THE area planted to canola is likely to dip from the 2017 level if general planting rain for the upcoming winter crop falls later than mid May.
Trader sources have said while canola was a staple in many rotations, it was up against a steady to higher price outlook on all major commodities in the cropping mix as growers and agronomists started to crunch numbers on crops to grow in 2018.
While canola prices were under pressure during the 2017 harvest, when yields in many growing regions came in above expectations, traders said a well-advanced and EU-focused export program had run down unpriced reserves of current crop to take off supply-side pressure.
“With conditions here in eastern states remaining dry, we’ve hit a short-term bottom, and international prices are moving in the right direction,” Pinnacle Commodities broker, Rod Buckle, said.
Mr Buckle said positive offshore leads for new-crop Australian canola prices had been dryness in South America, which had strengthened bids in soybean and soymeal markets, as well as ongoing European demand.
Agronomically and economically, Mr Buckle said other crops were looking just as attractive to growers as canola.
“In terms of grower intentions, the planting window for canola closes earlier than for the other major winter crops, and it’s not looking like a larger-than-average plant, that’s for sure.
“March and April are the critical time for that early rain to plant canola on, and if it’s late, we could certainly see more chickpeas too.
“Chickpeas have shown themselves to be quite resilient, and people are looking to plant them again if the crop performed well for them last year.”
ADM accumulation manager for southern NSW and Central Queensland, Michael Vaughan, said forward values for 2018 canola at around $520 per tonne delivered to Port Kembla, Melbourne and Geelong were available at present, but were not enough to induce grower selling.
“Large-scale farmers will forward price a proportion of their crop but the smaller growers won’t rush into it, and some people might be targeting more like $550/t port,” Mr Vaughan said.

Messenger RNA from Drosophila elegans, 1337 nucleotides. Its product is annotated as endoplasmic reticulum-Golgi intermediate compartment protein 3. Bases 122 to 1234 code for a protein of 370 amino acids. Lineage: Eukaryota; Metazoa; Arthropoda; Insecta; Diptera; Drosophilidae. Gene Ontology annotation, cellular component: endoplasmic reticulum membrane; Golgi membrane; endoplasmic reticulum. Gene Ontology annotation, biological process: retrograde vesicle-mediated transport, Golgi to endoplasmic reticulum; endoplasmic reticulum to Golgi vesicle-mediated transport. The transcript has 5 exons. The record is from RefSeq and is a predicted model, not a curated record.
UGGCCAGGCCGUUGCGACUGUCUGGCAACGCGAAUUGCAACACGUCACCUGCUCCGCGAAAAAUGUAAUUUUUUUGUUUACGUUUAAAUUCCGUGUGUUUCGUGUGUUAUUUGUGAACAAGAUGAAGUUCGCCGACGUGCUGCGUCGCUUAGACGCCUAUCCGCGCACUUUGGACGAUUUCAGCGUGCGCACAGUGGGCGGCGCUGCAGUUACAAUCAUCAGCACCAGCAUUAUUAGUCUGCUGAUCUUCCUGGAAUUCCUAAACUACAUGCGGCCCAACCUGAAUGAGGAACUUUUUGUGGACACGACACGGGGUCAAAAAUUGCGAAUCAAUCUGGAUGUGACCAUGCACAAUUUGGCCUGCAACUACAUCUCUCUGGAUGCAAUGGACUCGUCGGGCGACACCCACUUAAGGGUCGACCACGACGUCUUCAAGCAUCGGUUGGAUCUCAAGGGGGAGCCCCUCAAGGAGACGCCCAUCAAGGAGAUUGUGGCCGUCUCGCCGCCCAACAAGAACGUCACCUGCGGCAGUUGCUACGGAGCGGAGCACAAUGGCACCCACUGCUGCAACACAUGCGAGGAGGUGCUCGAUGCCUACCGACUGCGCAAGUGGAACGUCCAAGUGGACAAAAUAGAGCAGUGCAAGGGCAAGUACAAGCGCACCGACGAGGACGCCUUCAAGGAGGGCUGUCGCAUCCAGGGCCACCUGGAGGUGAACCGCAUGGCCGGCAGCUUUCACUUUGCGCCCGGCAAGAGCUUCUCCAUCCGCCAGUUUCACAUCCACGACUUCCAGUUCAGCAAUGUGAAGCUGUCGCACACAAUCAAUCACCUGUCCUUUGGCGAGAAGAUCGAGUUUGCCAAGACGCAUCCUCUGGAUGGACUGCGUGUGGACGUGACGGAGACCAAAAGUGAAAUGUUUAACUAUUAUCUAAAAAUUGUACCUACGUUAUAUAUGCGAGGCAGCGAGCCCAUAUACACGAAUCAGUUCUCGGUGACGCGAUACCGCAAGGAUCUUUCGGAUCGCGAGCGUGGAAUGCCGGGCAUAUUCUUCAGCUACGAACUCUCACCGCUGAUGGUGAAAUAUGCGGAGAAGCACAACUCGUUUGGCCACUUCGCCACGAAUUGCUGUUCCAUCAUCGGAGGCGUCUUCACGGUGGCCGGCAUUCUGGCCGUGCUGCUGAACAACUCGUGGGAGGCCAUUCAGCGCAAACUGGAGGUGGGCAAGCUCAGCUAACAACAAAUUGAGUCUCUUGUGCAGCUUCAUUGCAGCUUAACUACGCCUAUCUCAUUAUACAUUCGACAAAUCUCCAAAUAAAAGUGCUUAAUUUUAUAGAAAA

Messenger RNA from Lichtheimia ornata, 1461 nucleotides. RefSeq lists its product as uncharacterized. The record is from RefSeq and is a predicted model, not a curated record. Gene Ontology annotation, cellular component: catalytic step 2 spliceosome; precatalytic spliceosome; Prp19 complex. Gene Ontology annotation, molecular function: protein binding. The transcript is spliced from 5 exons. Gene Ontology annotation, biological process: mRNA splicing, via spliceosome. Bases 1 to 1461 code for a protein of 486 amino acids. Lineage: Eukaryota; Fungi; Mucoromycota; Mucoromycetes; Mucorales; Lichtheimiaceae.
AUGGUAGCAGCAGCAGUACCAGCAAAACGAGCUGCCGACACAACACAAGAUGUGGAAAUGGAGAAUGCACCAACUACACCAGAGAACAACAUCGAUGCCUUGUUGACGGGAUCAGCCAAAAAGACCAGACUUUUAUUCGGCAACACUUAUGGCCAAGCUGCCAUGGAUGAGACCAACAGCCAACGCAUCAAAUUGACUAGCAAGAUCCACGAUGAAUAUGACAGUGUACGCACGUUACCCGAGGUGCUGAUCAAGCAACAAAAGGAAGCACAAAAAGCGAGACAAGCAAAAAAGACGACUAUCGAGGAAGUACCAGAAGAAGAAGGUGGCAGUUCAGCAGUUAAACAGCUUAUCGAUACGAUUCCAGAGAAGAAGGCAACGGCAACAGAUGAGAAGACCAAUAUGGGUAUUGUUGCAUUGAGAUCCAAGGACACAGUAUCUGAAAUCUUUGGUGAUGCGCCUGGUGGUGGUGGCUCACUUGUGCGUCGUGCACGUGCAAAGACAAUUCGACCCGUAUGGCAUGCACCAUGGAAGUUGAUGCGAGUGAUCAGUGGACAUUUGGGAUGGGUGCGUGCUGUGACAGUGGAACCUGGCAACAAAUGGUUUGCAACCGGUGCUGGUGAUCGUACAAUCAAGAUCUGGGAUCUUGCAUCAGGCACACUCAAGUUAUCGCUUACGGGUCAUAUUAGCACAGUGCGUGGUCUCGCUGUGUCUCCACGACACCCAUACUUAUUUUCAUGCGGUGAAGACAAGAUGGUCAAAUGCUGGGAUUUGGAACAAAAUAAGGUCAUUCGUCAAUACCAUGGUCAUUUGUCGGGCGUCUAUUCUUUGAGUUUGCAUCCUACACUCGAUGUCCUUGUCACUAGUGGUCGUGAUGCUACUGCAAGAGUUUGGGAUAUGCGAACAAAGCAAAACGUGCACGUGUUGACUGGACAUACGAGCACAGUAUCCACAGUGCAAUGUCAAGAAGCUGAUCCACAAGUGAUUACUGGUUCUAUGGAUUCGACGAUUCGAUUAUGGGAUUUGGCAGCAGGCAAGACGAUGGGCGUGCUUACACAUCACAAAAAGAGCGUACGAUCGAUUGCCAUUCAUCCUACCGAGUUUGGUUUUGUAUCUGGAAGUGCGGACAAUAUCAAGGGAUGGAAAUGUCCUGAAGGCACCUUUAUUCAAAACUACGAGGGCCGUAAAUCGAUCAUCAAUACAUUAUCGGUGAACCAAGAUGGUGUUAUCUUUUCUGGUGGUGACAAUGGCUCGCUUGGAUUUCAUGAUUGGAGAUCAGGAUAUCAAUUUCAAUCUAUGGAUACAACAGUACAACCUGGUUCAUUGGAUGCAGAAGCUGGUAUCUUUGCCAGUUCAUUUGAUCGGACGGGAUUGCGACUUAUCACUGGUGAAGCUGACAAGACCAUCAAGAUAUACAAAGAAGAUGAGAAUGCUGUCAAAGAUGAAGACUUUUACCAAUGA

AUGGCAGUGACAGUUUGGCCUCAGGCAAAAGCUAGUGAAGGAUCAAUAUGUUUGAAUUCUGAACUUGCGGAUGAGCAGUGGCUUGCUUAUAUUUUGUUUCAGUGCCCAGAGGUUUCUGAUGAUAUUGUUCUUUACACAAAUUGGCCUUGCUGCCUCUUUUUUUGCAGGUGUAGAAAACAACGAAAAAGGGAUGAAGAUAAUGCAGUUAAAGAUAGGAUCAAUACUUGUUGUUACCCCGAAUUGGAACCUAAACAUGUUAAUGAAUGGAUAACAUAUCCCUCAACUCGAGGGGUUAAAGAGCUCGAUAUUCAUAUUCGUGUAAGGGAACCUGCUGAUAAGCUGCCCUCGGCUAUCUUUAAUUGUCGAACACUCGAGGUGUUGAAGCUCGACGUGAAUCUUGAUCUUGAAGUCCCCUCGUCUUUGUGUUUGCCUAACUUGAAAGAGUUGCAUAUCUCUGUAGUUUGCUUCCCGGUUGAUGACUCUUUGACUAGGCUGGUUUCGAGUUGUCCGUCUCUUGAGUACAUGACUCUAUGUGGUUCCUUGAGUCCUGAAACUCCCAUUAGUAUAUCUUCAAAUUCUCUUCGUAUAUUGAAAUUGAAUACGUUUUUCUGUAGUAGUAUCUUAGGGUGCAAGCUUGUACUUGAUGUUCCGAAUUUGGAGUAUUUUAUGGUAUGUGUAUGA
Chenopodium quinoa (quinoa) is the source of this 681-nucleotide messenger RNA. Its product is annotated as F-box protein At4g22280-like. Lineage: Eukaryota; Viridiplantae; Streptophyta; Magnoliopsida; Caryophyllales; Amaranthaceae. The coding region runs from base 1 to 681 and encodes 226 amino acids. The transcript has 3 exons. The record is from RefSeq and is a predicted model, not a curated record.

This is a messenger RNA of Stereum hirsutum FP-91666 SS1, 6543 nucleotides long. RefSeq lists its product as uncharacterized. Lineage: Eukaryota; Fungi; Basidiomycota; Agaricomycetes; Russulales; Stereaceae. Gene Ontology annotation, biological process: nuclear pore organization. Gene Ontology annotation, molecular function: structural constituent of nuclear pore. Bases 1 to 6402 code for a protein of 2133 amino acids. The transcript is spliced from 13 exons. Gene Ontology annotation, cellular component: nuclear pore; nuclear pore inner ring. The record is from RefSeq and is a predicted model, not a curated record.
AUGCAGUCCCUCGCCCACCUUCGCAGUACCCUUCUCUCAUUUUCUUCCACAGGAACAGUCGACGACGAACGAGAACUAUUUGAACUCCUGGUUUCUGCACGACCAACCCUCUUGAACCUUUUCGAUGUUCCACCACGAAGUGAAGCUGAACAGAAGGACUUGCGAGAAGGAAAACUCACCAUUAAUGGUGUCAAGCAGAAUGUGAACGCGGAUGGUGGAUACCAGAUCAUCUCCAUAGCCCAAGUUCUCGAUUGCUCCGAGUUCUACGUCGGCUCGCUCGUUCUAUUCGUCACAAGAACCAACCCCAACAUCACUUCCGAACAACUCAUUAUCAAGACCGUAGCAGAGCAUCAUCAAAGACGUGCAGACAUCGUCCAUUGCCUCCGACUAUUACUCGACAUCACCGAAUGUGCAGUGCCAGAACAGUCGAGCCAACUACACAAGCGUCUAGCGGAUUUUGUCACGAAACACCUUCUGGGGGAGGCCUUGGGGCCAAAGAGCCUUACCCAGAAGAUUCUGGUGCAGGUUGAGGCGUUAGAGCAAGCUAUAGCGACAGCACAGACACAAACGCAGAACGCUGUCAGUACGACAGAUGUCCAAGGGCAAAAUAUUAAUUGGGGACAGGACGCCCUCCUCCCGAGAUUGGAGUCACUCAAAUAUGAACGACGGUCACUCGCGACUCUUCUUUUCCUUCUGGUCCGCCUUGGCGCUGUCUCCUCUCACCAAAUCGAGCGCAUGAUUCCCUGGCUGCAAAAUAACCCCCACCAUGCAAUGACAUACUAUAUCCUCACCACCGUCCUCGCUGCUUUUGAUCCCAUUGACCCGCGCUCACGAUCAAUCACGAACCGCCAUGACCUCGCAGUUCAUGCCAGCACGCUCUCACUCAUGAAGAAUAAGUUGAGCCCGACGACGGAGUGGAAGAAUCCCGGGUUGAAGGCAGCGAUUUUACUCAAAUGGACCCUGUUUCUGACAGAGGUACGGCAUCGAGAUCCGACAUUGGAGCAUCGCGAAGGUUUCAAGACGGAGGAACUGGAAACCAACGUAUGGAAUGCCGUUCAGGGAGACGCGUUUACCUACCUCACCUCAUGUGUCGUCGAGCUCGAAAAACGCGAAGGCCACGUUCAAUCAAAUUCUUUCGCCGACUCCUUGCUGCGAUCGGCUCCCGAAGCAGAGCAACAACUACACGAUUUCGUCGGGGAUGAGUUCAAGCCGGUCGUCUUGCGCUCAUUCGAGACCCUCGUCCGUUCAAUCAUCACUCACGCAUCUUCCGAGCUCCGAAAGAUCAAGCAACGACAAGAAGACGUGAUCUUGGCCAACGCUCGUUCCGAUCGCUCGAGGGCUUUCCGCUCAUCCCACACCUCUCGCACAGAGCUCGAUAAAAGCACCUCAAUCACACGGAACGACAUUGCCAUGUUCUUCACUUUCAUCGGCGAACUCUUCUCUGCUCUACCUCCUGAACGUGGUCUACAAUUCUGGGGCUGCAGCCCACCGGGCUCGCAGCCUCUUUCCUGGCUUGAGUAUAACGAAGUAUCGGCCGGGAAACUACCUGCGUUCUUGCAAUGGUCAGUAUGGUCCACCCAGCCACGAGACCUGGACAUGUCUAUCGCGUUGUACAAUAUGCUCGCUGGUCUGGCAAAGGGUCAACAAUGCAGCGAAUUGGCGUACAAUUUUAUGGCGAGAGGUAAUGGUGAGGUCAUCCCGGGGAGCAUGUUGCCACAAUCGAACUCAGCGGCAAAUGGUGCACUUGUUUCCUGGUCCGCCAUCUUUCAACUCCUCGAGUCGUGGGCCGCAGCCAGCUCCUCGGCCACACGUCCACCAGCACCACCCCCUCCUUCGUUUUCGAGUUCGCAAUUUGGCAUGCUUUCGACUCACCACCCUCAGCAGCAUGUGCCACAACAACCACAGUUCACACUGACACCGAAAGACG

“Last year we saw a big increase in canola at the cost of barley hectares, but barley has been one of the best gross margins across central and southern NSW.”
Wheat prices have also bounced from their 2017 harvest levels, with new-crop now bid at $290/t for Australian Premium White (APW) multigrade into southern ports, and $10/t more in Brisbane and Newcastle.
“Based on that, and barley prices being strong, as well as a lot of farmers being committed to a pulse in their rotation, I can see canola area being unchanged to slightly lower.”
Igrain broker, Duncan Whittle, said the ratio of returns for cereals over canola had improved significantly since the 2017 harvest.
“Based on that, you wouldn’t be increasing your area of canola.”
Mr Whittle said a 30-year low in global barley stocks was supporting the feedgrain’s value, and would encourage a larger area in the 2018 winter-cropping program.
NSW Department of Primary Industries plant pathologist, Kurt Lindbeck, said the area sown to canola was likely to be maintained, especially if rain allowed planting to get off to an early start in March.
“We would have to see the break be dramatically late for a drop in canola area,” Dr Lindbeck said.
He said the NSW DPI was fielding a lot of inquiry about chickpea and lentil production.
“It looks like we’ll be seeing increases there.”
And while plenty of long-time chickpea growers in Queensland and northern NSW are smarting over chickpea prices being $600/t instead of above $1000/t, as they were in the bumper 2016 harvest, Dr Lindbeck said current chickpea prices stacked up well against other key winter crops.
“If you’re a first-time chickpea producer in southern NSW, you may never have seen an $1100/t price, so $600/t is very attractive.”
Dr Lindbeck said chickpeas had the potential to displace some canola area, but lupin and field pea plantings were likely to be the main crops which ceded hectares to chickpeas.
“A lot of growers are finding the canola/wheat rotations they’ve been running for seven or eight years are very nitrogen hungry, and putting a pulse in after wheat will reduce that need for nitrogen.”
Dr Lindbeck said growers new to chickpeas needed to introduce rhizobium to the soil to maximise the crop’s ability to produce nodules of nitrogen on its roots.